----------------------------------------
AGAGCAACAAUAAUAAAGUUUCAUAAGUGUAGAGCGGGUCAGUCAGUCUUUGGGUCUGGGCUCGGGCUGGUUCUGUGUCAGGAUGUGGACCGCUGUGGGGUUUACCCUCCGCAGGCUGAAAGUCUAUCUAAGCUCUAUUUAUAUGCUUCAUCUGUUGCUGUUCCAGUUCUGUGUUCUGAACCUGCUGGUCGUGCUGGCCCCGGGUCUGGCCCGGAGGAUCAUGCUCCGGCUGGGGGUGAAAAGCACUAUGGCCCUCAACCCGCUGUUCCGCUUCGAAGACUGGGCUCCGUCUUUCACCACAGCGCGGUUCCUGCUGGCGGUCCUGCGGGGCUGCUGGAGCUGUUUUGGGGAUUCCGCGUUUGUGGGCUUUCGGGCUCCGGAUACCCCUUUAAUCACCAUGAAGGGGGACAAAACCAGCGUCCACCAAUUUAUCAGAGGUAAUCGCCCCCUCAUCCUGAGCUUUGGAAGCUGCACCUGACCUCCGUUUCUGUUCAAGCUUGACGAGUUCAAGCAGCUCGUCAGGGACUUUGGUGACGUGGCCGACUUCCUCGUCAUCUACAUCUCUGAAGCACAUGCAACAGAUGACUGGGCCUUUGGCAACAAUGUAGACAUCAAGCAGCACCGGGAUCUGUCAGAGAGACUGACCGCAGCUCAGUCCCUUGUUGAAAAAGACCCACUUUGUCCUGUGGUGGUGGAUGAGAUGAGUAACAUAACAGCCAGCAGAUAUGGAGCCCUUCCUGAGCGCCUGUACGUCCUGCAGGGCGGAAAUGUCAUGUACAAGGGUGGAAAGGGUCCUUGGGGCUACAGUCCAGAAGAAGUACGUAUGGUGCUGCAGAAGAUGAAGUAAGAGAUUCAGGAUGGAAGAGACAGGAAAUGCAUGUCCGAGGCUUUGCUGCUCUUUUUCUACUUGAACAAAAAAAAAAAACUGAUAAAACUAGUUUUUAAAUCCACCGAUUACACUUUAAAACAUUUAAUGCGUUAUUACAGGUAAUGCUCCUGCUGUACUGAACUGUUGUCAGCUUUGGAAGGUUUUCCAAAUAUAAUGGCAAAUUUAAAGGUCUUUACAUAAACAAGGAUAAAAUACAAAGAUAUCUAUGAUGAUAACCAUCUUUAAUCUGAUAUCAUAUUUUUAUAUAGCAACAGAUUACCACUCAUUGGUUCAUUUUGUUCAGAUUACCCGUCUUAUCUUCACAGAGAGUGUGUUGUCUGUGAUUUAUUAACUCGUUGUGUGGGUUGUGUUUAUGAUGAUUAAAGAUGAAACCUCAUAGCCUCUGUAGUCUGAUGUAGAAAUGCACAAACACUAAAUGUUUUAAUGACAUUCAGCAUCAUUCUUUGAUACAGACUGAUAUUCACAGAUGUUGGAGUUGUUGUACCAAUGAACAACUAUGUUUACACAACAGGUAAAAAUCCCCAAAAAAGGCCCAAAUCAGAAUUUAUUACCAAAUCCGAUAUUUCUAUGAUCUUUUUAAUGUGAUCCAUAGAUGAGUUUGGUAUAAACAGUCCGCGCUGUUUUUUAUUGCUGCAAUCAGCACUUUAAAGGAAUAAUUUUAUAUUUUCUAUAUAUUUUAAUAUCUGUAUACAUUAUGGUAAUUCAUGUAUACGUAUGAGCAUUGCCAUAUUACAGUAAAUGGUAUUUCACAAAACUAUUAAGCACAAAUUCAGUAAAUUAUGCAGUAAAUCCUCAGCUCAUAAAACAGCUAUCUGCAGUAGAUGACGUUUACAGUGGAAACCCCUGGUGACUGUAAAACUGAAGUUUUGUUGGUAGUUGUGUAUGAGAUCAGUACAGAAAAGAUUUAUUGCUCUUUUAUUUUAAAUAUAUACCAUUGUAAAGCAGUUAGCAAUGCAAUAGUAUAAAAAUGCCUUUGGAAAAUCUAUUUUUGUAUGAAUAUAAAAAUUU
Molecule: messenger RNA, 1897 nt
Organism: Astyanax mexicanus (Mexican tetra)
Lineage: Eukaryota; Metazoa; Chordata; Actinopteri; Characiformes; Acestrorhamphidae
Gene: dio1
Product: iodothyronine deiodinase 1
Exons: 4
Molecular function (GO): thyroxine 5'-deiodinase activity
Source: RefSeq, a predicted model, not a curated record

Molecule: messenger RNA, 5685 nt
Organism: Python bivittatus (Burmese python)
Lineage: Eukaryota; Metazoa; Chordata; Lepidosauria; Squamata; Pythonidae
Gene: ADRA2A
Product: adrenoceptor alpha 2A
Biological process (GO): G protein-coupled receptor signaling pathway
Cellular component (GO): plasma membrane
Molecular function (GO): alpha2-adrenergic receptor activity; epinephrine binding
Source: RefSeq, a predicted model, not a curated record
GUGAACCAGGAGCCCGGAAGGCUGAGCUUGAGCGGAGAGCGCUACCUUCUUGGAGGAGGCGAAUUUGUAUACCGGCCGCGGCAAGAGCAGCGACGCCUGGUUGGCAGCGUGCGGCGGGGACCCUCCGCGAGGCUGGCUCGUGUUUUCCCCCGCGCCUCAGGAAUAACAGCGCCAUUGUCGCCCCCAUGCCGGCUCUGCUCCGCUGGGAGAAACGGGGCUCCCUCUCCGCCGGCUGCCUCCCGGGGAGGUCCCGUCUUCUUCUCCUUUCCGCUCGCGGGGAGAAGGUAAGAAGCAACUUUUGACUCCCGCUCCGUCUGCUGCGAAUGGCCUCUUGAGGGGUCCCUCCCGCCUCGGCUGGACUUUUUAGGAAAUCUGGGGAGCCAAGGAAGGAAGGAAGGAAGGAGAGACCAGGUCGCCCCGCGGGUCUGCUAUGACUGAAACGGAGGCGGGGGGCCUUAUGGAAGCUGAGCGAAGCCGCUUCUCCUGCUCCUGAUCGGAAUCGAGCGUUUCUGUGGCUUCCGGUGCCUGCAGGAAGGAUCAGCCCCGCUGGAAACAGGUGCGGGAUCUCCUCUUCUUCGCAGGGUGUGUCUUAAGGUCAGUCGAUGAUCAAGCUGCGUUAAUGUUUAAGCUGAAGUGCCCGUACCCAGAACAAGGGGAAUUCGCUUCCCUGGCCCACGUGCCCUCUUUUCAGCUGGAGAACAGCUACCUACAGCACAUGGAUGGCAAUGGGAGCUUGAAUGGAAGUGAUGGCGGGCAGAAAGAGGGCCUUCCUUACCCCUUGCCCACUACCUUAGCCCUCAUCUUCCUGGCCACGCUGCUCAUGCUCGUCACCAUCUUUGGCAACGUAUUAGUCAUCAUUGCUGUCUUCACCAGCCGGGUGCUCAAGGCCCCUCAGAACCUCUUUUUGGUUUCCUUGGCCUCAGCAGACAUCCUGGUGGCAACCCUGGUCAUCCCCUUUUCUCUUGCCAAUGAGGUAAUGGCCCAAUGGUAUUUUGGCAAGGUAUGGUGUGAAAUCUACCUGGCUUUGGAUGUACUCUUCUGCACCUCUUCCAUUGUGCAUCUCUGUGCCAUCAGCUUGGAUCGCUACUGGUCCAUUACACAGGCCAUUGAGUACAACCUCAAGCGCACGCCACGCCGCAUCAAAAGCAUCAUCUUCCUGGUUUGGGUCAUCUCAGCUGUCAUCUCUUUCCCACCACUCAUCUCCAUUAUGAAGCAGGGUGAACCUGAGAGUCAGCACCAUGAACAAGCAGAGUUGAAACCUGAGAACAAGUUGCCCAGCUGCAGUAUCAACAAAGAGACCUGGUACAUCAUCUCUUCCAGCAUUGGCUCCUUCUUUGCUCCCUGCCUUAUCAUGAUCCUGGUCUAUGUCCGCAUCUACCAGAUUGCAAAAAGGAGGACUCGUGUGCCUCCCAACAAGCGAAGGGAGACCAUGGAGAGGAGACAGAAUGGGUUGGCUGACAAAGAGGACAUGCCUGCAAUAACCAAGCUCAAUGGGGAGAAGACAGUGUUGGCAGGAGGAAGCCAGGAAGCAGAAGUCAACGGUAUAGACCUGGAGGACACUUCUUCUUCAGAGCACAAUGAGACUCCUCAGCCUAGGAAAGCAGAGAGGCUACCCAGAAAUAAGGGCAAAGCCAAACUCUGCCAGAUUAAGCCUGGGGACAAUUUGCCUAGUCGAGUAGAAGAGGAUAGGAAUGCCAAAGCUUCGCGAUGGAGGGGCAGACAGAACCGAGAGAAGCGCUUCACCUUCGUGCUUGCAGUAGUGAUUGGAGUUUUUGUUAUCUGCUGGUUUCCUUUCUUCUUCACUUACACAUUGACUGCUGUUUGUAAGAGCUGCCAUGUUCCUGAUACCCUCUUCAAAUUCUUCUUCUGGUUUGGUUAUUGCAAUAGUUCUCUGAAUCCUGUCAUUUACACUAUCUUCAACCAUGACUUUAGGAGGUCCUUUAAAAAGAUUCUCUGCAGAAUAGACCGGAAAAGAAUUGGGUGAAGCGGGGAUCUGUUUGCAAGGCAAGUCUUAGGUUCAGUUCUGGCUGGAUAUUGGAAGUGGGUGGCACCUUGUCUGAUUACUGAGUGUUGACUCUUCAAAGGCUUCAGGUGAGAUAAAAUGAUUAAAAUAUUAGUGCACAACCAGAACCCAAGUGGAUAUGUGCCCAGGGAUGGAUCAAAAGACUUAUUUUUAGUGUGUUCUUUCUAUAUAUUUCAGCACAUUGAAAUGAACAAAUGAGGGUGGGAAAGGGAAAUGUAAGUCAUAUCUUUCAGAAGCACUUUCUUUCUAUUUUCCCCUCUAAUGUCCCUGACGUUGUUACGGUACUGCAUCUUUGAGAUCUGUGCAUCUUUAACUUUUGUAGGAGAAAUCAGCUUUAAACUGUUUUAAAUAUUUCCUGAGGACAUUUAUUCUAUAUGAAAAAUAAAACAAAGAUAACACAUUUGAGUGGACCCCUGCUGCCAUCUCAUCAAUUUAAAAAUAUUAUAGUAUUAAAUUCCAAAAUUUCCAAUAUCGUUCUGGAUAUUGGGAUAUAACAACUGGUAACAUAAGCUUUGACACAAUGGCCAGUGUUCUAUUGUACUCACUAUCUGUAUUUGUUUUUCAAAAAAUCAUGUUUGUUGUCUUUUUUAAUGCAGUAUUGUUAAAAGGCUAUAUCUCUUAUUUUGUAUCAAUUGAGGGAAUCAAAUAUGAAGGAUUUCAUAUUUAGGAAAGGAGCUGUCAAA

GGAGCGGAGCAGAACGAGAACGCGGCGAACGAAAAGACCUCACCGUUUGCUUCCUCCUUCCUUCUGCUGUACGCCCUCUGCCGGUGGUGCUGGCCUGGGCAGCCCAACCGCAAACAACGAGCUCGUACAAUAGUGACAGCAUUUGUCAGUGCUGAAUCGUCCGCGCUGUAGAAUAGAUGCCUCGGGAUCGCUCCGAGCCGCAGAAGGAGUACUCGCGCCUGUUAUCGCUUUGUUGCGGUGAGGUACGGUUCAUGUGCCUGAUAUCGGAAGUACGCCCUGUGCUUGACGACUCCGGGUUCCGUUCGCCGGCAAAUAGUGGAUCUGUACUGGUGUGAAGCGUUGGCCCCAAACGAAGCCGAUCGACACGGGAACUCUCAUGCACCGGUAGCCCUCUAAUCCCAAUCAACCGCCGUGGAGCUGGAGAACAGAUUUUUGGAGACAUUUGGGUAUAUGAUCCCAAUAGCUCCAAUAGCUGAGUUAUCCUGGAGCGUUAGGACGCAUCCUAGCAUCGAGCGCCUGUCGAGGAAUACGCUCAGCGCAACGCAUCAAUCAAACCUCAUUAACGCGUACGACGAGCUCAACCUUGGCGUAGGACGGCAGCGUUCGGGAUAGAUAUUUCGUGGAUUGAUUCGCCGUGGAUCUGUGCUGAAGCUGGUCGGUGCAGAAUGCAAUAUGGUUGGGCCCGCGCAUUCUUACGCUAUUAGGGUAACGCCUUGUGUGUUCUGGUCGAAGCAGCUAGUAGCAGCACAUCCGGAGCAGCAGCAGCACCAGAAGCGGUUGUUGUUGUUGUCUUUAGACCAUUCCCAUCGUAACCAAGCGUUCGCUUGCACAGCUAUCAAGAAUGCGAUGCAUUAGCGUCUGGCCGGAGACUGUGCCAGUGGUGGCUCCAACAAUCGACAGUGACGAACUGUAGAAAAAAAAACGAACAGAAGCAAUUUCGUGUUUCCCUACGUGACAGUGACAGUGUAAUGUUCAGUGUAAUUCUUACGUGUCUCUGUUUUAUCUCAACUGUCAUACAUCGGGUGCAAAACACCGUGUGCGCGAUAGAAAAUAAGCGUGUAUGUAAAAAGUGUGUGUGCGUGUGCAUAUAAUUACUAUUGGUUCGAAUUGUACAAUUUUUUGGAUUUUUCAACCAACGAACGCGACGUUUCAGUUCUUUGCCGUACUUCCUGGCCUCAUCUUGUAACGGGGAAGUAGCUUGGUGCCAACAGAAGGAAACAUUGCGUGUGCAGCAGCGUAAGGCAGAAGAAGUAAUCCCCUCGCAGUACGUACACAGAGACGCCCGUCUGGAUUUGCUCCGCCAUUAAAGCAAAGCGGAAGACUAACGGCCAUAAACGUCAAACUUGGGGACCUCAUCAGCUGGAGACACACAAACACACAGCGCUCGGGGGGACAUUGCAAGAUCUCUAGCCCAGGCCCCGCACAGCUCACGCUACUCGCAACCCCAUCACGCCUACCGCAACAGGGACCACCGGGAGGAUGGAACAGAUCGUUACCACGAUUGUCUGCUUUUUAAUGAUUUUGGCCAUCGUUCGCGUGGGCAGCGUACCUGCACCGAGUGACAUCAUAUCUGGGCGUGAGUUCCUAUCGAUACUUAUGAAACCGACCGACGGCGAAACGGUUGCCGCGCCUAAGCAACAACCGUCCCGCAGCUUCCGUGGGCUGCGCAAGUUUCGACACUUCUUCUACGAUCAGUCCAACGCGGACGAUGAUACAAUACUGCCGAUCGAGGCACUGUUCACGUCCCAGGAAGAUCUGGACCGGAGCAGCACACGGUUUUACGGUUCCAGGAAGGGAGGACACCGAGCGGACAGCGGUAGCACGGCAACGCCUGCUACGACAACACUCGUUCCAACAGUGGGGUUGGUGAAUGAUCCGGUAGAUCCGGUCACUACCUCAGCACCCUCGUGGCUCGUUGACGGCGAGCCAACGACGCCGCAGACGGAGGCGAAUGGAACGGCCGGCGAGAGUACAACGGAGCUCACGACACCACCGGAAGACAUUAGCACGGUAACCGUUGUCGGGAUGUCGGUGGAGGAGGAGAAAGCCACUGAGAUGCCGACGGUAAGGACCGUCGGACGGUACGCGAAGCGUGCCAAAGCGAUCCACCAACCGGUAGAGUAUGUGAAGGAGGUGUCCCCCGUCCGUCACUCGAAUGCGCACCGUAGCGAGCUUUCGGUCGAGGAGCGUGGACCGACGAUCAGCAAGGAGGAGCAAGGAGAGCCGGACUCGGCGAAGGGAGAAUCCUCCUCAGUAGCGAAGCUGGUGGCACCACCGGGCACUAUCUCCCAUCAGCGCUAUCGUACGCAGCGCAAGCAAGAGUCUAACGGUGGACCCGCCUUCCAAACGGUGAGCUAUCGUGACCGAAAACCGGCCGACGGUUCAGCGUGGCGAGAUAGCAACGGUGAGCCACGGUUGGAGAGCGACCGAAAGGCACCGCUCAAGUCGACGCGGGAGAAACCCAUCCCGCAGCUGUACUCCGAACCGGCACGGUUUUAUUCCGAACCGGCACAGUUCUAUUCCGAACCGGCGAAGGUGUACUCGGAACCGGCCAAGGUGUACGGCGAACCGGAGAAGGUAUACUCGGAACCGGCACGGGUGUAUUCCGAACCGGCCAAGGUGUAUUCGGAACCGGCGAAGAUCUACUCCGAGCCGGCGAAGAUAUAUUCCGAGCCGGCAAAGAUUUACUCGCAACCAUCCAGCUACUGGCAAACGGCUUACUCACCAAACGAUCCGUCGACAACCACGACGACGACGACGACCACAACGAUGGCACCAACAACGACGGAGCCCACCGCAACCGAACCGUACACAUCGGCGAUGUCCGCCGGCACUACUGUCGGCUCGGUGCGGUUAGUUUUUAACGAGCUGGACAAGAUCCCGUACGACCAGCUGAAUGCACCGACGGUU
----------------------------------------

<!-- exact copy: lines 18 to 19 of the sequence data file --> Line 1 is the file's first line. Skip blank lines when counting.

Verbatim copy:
Source: RefSeq, a predicted model, not a curated record
GUGAACCAGGAGCCCGGAAGGCUGAGCUUGAGCGGAGAGCGCUACCUUCUUGGAGGAGGCGAAUUUGUAUACCGGCCGCGGCAAGAGCAGCGACGCCUGGUUGGCAGCGUGCGGCGGGGACCCUCCGCGAGGCUGGCUCGUGUUUUCCCCCGCGCCUCAGGAAUAACAGCGCCAUUGUCGCCCCCAUGCCGGCUCUGCUCCGCUGGGAGAAACGGGGCUCCCUCUCCGCCGGCUGCCUCCCGGGGAGGUCCCGUCUUCUUCUCCUUUCCGCUCGCGGGGAGAAGGUAAGAAGCAACUUUUGACUCCCGCUCCGUCUGCUGCGAAUGGCCUCUUGAGGGGUCCCUCCCGCCUCGGCUGGACUUUUUAGGAAAUCUGGGGAGCCAAGGAAGGAAGGAAGGAAGGAGAGACCAGGUCGCCCCGCGGGUCUGCUAUGACUGAAACGGAGGCGGGGGGCCUUAUGGAAGCUGAGCGAAGCCGCUUCUCCUGCUCCUGAUCGGAAUCGAGCGUUUCUGUGGCUUCCGGUGCCUGCAGGAAGGAUCAGCCCCGCUGGAAACAGGUGCGGGAUCUCCUCUUCUUCGCAGGGUGUGUCUUAAGGUCAGUCGAUGAUCAAGCUGCGUUAAUGUUUAAGCUGAAGUGCCCGUACCCAGAACAAGGGGAAUUCGCUUCCCUGGCCCACGUGCCCUCUUUUCAGCUGGAGAACAGCUACCUACAGCACAUGGAUGGCAAUGGGAGCUUGAAUGGAAGUGAUGGCGGGCAGAAAGAGGGCCUUCCUUACCCCUUGCCCACUACCUUAGCCCUCAUCUUCCUGGCCACGCUGCUCAUGCUCGUCACCAUCUUUGGCAACGUAUUAGUCAUCAUUGCUGUCUUCACCAGCCGGGUGCUCAAGGCCCCUCAGAACCUCUUUUUGGUUUCCUUGGCCUCAGCAGACAUCCUGGUGGCAACCCUGGUCAUCCCCUUUUCUCUUGCCAAUGAGGUAAUGGCCCAAUGGUAUUUUGGCAAGGUAUGGUGUGAAAUCUACCUGGCUUUGGAUGUACUCUUCUGCACCUCUUCCAUUGUGCAUCUCUGUGCCAUCAGCUUGGAUCGCUACUGGUCCAUUACACAGGCCAUUGAGUACAACCUCAAGCGCACGCCACGCCGCAUCAAAAGCAUCAUCUUCCUGGUUUGGGUCAUCUCAGCUGUCAUCUCUUUCCCACCACUCAUCUCCAUUAUGAAGCAGGGUGAACCUGAGAGUCAGCACCAUGAACAAGCAGAGUUGAAACCUGAGAACAAGUUGCCCAGCUGCAGUAUCAACAAAGAGACCUGGUACAUCAUCUCUUCCAGCAUUGGCUCCUUCUUUGCUCCCUGCCUUAUCAUGAUCCUGGUCUAUGUCCGCAUCUACCAGAUUGCAAAAAGGAGGACUCGUGUGCCUCCCAACAAGCGAAGGGAGACCAUGGAGAGGAGACAGAAUGGGUUGGCUGACAAAGAGGACAUGCCUGCAAUAACCAAGCUCAAUGGGGAGAAGACAGUGUUGGCAGGAGGAAGCCAGGAAGCAGAAGUCAACGGUAUAGACCUGGAGGACACUUCUUCUUCAGAGCACAAUGAGACUCCUCAGCCUAGGAAAGCAGAGAGGCUACCCAGAAAUAAGGGCAAAGCCAAACUCUGCCAGAUUAAGCCUGGGGACAAUUUGCCUAGUCGAGUAGAAGAGGAUAGGAAUGCCAAAGCUUCGCGAUGGAGGGGCAGACAGAACCGAGAGAAGCGCUUCACCUUCGUGCUUGCAGUAGUGAUUGGAGUUUUUGUUAUCUGCUGGUUUCCUUUCUUCUUCACUUACACAUUGACUGCUGUUUGUAAGAGCUGCCAUGUUCCUGAUACCCUCUUCAAAUUCUUCUUCUGGUUUGGUUAUUGCAAUAGUUCUCUGAAUCCUGUCAUUUACACUAUCUUCAACCAUGACUUUAGGAGGUCCUUUAAAAAGAUUCUCUGCAGAAUAGACCGGAAAAGAAUUGGGUGAAGCGGGGAUCUGUUUGCAAGGCAAGUCUUAGGUUCAGUUCUGGCUGGAUAUUGGAAGUGGGUGGCACCUUGUCUGAUUACUGAGUGUUGACUCUUCAAAGGCUUCAGGUGAGAUAAAAUGAUUAAAAUAUUAGUGCACAACCAGAACCCAAGUGGAUAUGUGCCCAGGGAUGGAUCAAAAGACUUAUUUUUAGUGUGUUCUUUCUAUAUAUUUCAGCACAUUGAAAUGAACAAAUGAGGGUGGGAAAGGGAAAUGUAAGUCAUAUCUUUCAGAAGCACUUUCUUUCUAUUUUCCCCUCUAAUGUCCCUGACGUUGUUACGGUACUGCAUCUUUGAGAUCUGUGCAUCUUUAACUUUUGUAGGAGAAAUCAGCUUUAAACUGUUUUAAAUAUUUCCUGAGGACAUUUAUUCUAUAUGAAAAAUAAAACAAAGAUAACACAUUUGAGUGGACCCCUGCUGCCAUCUCAUCAAUUUAAAAAUAUUAUAGUAUUAAAUUCCAAAAUUUCCAAUAUCGUUCUGGAUAUUGGGAUAUAACAACUGGUAACAUAAGCUUUGACACAAUGGCCAGUGUUCUAUUGUACUCACUAUCUGUAUUUGUUUUUCAAAAAAUCAUGUUUGUUGUCUUUUUUAAUGCAGUAUUGUUAAAAGGCUAUAUCUCUUAUUUUGUAUCAAUUGAGGGAAUCAAAUAUGAAGGAUUUCAUAUUUAGGAAAGGAGCUGUCAAA